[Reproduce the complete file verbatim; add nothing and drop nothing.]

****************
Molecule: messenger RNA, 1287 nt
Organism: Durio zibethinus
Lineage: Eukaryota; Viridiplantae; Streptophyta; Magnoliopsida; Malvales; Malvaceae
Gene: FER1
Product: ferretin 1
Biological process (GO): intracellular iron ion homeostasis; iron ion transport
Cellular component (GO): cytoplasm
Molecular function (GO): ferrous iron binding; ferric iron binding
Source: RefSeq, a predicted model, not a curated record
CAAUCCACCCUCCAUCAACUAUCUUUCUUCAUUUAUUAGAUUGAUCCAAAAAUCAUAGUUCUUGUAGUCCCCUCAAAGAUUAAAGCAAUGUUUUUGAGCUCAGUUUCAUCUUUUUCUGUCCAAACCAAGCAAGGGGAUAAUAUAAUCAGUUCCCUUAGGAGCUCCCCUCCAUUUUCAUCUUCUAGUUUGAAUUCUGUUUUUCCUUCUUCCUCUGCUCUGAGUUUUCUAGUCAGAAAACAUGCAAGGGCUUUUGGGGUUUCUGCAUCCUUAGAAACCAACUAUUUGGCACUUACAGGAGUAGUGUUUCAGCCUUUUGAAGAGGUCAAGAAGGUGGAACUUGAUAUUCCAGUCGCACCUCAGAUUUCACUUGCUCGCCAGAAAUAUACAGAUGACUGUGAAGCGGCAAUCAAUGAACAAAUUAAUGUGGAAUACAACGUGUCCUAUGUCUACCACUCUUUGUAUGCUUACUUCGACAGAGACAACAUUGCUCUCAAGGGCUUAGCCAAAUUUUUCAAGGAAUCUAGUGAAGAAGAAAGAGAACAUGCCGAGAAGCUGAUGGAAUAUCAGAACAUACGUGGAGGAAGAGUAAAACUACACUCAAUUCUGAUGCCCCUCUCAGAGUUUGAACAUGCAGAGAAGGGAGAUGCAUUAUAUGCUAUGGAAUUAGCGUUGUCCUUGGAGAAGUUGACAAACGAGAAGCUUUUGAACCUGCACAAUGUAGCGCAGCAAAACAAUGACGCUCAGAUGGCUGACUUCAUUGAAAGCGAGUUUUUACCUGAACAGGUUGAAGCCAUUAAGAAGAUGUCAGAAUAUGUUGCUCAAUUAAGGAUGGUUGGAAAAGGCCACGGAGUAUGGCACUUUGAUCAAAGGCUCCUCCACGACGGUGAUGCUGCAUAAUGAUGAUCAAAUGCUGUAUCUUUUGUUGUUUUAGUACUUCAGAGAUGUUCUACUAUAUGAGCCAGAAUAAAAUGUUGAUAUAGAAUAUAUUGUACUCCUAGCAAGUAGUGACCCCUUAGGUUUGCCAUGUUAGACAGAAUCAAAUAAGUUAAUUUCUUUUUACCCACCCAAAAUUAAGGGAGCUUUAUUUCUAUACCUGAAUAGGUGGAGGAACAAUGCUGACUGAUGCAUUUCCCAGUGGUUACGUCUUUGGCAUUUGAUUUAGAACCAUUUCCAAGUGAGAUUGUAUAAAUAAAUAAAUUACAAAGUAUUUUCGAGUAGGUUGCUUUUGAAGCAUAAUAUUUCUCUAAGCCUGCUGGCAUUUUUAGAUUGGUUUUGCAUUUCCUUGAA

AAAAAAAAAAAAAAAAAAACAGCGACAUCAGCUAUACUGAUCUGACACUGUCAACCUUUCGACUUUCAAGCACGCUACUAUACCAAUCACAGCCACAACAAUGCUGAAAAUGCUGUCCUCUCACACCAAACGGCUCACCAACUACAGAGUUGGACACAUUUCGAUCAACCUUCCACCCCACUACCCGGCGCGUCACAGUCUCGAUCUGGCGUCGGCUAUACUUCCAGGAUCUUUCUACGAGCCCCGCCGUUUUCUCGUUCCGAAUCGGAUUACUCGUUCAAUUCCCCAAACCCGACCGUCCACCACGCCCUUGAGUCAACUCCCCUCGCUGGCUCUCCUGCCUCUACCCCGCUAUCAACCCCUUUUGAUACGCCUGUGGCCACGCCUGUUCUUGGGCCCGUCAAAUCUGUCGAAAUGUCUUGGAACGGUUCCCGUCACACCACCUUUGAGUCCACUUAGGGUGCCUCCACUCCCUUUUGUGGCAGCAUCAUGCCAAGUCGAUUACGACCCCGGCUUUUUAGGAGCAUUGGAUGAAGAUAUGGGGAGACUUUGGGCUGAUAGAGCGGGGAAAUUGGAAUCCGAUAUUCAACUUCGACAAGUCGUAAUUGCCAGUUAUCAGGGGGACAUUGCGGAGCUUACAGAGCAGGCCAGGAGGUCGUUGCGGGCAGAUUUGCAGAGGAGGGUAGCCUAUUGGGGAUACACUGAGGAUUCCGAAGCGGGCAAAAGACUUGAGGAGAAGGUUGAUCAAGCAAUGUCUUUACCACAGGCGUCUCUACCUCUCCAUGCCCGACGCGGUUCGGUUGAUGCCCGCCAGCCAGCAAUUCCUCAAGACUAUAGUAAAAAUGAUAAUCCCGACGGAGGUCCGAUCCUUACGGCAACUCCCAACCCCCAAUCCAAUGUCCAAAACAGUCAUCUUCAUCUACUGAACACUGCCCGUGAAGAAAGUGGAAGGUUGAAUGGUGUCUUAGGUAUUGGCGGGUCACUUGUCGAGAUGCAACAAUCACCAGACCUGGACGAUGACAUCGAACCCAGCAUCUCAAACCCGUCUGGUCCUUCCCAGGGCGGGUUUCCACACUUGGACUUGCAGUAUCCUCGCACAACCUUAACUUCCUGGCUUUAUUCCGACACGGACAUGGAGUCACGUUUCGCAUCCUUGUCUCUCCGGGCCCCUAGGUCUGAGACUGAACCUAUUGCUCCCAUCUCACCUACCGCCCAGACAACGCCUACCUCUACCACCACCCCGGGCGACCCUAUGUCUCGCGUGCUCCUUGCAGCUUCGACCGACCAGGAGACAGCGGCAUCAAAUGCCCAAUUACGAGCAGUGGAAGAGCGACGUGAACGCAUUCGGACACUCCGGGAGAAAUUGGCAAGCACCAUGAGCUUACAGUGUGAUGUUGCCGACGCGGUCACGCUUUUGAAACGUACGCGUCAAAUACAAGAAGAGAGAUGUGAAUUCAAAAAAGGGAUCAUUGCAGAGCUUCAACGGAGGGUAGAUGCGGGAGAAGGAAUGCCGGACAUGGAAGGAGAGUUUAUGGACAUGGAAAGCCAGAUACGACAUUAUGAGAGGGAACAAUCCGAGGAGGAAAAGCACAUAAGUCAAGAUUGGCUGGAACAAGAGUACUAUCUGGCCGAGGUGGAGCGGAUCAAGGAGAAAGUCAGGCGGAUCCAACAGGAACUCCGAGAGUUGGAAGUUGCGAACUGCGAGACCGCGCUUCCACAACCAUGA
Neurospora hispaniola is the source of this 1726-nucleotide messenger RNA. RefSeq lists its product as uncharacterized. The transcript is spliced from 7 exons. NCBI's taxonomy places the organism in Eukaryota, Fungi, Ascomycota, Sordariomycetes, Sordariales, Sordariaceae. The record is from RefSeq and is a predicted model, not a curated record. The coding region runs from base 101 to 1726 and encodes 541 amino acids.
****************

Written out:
Molecule: messenger RNA, 1287 nt
Organism: Durio zibethinus
Lineage: Eukaryota; Viridiplantae; Streptophyta; Magnoliopsida; Malvales; Malvaceae
Gene: FER1
Product: ferretin 1
Biological process (GO): intracellular iron ion homeostasis; iron ion transport
Cellular component (GO): cytoplasm
Molecular function (GO): ferrous iron binding; ferric iron binding
Source: RefSeq, a predicted model, not a curated record
CAAUCCACCCUCCAUCAACUAUCUUUCUUCAUUUAUUAGAUUGAUCCAAAAAUCAUAGUUCUUGUAGUCCCCUCAAAGAUUAAAGCAAUGUUUUUGAGCUCAGUUUCAUCUUUUUCUGUCCAAACCAAGCAAGGGGAUAAUAUAAUCAGUUCCCUUAGGAGCUCCCCUCCAUUUUCAUCUUCUAGUUUGAAUUCUGUUUUUCCUUCUUCCUCUGCUCUGAGUUUUCUAGUCAGAAAACAUGCAAGGGCUUUUGGGGUUUCUGCAUCCUUAGAAACCAACUAUUUGGCACUUACAGGAGUAGUGUUUCAGCCUUUUGAAGAGGUCAAGAAGGUGGAACUUGAUAUUCCAGUCGCACCUCAGAUUUCACUUGCUCGCCAGAAAUAUACAGAUGACUGUGAAGCGGCAAUCAAUGAACAAAUUAAUGUGGAAUACAACGUGUCCUAUGUCUACCACUCUUUGUAUGCUUACUUCGACAGAGACAACAUUGCUCUCAAGGGCUUAGCCAAAUUUUUCAAGGAAUCUAGUGAAGAAGAAAGAGAACAUGCCGAGAAGCUGAUGGAAUAUCAGAACAUACGUGGAGGAAGAGUAAAACUACACUCAAUUCUGAUGCCCCUCUCAGAGUUUGAACAUGCAGAGAAGGGAGAUGCAUUAUAUGCUAUGGAAUUAGCGUUGUCCUUGGAGAAGUUGACAAACGAGAAGCUUUUGAACCUGCACAAUGUAGCGCAGCAAAACAAUGACGCUCAGAUGGCUGACUUCAUUGAAAGCGAGUUUUUACCUGAACAGGUUGAAGCCAUUAAGAAGAUGUCAGAAUAUGUUGCUCAAUUAAGGAUGGUUGGAAAAGGCCACGGAGUAUGGCACUUUGAUCAAAGGCUCCUCCACGACGGUGAUGCUGCAUAAUGAUGAUCAAAUGCUGUAUCUUUUGUUGUUUUAGUACUUCAGAGAUGUUCUACUAUAUGAGCCAGAAUAAAAUGUUGAUAUAGAAUAUAUUGUACUCCUAGCAAGUAGUGACCCCUUAGGUUUGCCAUGUUAGACAGAAUCAAAUAAGUUAAUUUCUUUUUACCCACCCAAAAUUAAGGGAGCUUUAUUUCUAUACCUGAAUAGGUGGAGGAACAAUGCUGACUGAUGCAUUUCCCAGUGGUUACGUCUUUGGCAUUUGAUUUAGAACCAUUUCCAAGUGAGAUUGUAUAAAUAAAUAAAUUACAAAGUAUUUUCGAGUAGGUUGCUUUUGAAGCAUAAUAUUUCUCUAAGCCUGCUGGCAUUUUUAGAUUGGUUUUGCAUUUCCUUGAA

AAAAAAAAAAAAAAAAAAACAGCGACAUCAGCUAUACUGAUCUGACACUGUCAACCUUUCGACUUUCAAGCACGCUACUAUACCAAUCACAGCCACAACAAUGCUGAAAAUGCUGUCCUCUCACACCAAACGGCUCACCAACUACAGAGUUGGACACAUUUCGAUCAACCUUCCACCCCACUACCCGGCGCGUCACAGUCUCGAUCUGGCGUCGGCUAUACUUCCAGGAUCUUUCUACGAGCCCCGCCGUUUUCUCGUUCCGAAUCGGAUUACUCGUUCAAUUCCCCAAACCCGACCGUCCACCACGCCCUUGAGUCAACUCCCCUCGCUGGCUCUCCUGCCUCUACCCCGCUAUCAACCCCUUUUGAUACGCCUGUGGCCACGCCUGUUCUUGGGCCCGUCAAAUCUGUCGAAAUGUCUUGGAACGGUUCCCGUCACACCACCUUUGAGUCCACUUAGGGUGCCUCCACUCCCUUUUGUGGCAGCAUCAUGCCAAGUCGAUUACGACCCCGGCUUUUUAGGAGCAUUGGAUGAAGAUAUGGGGAGACUUUGGGCUGAUAGAGCGGGGAAAUUGGAAUCCGAUAUUCAACUUCGACAAGUCGUAAUUGCCAGUUAUCAGGGGGACAUUGCGGAGCUUACAGAGCAGGCCAGGAGGUCGUUGCGGGCAGAUUUGCAGAGGAGGGUAGCCUAUUGGGGAUACACUGAGGAUUCCGAAGCGGGCAAAAGACUUGAGGAGAAGGUUGAUCAAGCAAUGUCUUUACCACAGGCGUCUCUACCUCUCCAUGCCCGACGCGGUUCGGUUGAUGCCCGCCAGCCAGCAAUUCCUCAAGACUAUAGUAAAAAUGAUAAUCCCGACGGAGGUCCGAUCCUUACGGCAACUCCCAACCCCCAAUCCAAUGUCCAAAACAGUCAUCUUCAUCUACUGAACACUGCCCGUGAAGAAAGUGGAAGGUUGAAUGGUGUCUUAGGUAUUGGCGGGUCACUUGUCGAGAUGCAACAAUCACCAGACCUGGACGAUGACAUCGAACCCAGCAUCUCAAACCCGUCUGGUCCUUCCCAGGGCGGGUUUCCACACUUGGACUUGCAGUAUCCUCGCACAACCUUAACUUCCUGGCUUUAUUCCGACACGGACAUGGAGUCACGUUUCGCAUCCUUGUCUCUCCGGGCCCCUAGGUCUGAGACUGAACCUAUUGCUCCCAUCUCACCUACCGCCCAGACAACGCCUACCUCUACCACCACCCCGGGCGACCCUAUGUCUCGCGUGCUCCUUGCAGCUUCGACCGACCAGGAGACAGCGGCAUCAAAUGCCCAAUUACGAGCAGUGGAAGAGCGACGUGAACGCAUUCGGACACUCCGGGAGAAAUUGGCAAGCACCAUGAGCUUACAGUGUGAUGUUGCCGACGCGGUCACGCUUUUGAAACGUACGCGUCAAAUACAAGAAGAGAGAUGUGAAUUCAAAAAAGGGAUCAUUGCAGAGCUUCAACGGAGGGUAGAUGCGGGAGAAGGAAUGCCGGACAUGGAAGGAGAGUUUAUGGACAUGGAAAGCCAGAUACGACAUUAUGAGAGGGAACAAUCCGAGGAGGAAAAGCACAUAAGUCAAGAUUGGCUGGAACAAGAGUACUAUCUGGCCGAGGUGGAGCGGAUCAAGGAGAAAGUCAGGCGGAUCCAACAGGAACUCCGAGAGUUGGAAGUUGCGAACUGCGAGACCGCGCUUCCACAACCAUGA
Neurospora hispaniola is the source of this 1726-nucleotide messenger RNA. RefSeq lists its product as uncharacterized. The transcript is spliced from 7 exons. NCBI's taxonomy places the organism in Eukaryota, Fungi, Ascomycota, Sordariomycetes, Sordariales, Sordariaceae. The record is from RefSeq and is a predicted model, not a curated record. The coding region runs from base 101 to 1726 and encodes 541 amino acids.